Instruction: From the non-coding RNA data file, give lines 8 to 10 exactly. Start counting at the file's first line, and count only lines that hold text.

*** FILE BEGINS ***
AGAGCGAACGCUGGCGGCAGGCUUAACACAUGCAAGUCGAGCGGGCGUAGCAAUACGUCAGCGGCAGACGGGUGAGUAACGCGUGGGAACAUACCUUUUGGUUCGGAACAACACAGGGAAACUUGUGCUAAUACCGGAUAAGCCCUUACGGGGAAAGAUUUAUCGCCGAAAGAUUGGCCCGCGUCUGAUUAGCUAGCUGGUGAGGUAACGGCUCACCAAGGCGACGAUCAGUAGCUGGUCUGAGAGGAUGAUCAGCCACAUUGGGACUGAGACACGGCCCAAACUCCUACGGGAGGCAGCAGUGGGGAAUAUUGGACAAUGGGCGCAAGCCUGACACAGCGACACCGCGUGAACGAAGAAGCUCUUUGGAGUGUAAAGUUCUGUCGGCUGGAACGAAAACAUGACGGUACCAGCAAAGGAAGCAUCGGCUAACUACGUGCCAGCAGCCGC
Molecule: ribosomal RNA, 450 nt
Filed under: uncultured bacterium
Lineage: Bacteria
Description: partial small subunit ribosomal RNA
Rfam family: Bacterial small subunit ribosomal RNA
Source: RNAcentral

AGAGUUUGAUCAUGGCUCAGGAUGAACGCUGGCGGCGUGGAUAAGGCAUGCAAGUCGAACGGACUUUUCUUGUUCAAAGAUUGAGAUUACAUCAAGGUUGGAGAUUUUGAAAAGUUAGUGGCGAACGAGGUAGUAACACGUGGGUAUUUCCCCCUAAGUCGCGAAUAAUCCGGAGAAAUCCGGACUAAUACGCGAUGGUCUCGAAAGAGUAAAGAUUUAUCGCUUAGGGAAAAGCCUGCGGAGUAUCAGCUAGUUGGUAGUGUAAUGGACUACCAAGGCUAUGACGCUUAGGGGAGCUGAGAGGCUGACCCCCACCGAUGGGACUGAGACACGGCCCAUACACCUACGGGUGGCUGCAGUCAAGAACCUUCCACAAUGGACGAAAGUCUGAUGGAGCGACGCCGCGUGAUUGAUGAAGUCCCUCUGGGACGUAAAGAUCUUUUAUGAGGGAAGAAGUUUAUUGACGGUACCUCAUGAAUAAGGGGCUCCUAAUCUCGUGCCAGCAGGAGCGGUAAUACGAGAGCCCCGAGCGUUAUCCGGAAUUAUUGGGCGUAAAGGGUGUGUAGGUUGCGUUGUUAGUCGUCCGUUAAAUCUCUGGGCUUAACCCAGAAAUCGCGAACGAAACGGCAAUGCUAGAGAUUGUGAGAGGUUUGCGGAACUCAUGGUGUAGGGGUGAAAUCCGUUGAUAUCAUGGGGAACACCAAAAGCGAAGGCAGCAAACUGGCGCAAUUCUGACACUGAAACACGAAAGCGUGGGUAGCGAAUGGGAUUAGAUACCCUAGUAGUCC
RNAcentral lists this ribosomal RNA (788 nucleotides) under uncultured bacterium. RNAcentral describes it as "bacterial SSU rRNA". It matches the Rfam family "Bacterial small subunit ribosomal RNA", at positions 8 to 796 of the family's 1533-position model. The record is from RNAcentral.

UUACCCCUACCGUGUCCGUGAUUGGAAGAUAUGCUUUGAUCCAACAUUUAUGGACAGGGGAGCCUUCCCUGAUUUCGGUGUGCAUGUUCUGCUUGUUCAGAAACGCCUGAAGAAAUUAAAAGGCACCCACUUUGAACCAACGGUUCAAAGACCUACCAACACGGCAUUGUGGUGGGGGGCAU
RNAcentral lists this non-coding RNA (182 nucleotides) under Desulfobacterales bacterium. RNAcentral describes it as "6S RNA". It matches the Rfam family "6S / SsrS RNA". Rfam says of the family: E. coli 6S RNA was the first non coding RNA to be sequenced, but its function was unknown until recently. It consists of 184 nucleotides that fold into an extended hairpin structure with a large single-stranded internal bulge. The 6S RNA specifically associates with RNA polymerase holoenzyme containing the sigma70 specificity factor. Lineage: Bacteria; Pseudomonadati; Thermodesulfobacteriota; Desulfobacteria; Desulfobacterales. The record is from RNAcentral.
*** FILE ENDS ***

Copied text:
AGAGUUUGAUCAUGGCUCAGGAUGAACGCUGGCGGCGUGGAUAAGGCAUGCAAGUCGAACGGACUUUUCUUGUUCAAAGAUUGAGAUUACAUCAAGGUUGGAGAUUUUGAAAAGUUAGUGGCGAACGAGGUAGUAACACGUGGGUAUUUCCCCCUAAGUCGCGAAUAAUCCGGAGAAAUCCGGACUAAUACGCGAUGGUCUCGAAAGAGUAAAGAUUUAUCGCUUAGGGAAAAGCCUGCGGAGUAUCAGCUAGUUGGUAGUGUAAUGGACUACCAAGGCUAUGACGCUUAGGGGAGCUGAGAGGCUGACCCCCACCGAUGGGACUGAGACACGGCCCAUACACCUACGGGUGGCUGCAGUCAAGAACCUUCCACAAUGGACGAAAGUCUGAUGGAGCGACGCCGCGUGAUUGAUGAAGUCCCUCUGGGACGUAAAGAUCUUUUAUGAGGGAAGAAGUUUAUUGACGGUACCUCAUGAAUAAGGGGCUCCUAAUCUCGUGCCAGCAGGAGCGGUAAUACGAGAGCCCCGAGCGUUAUCCGGAAUUAUUGGGCGUAAAGGGUGUGUAGGUUGCGUUGUUAGUCGUCCGUUAAAUCUCUGGGCUUAACCCAGAAAUCGCGAACGAAACGGCAAUGCUAGAGAUUGUGAGAGGUUUGCGGAACUCAUGGUGUAGGGGUGAAAUCCGUUGAUAUCAUGGGGAACACCAAAAGCGAAGGCAGCAAACUGGCGCAAUUCUGACACUGAAACACGAAAGCGUGGGUAGCGAAUGGGAUUAGAUACCCUAGUAGUCC
RNAcentral lists this ribosomal RNA (788 nucleotides) under uncultured bacterium. RNAcentral describes it as "bacterial SSU rRNA". It matches the Rfam family "Bacterial small subunit ribosomal RNA", at positions 8 to 796 of the family's 1533-position model. The record is from RNAcentral.

UUACCCCUACCGUGUCCGUGAUUGGAAGAUAUGCUUUGAUCCAACAUUUAUGGACAGGGGAGCCUUCCCUGAUUUCGGUGUGCAUGUUCUGCUUGUUCAGAAACGCCUGAAGAAAUUAAAAGGCACCCACUUUGAACCAACGGUUCAAAGACCUACCAACACGGCAUUGUGGUGGGGGGCAU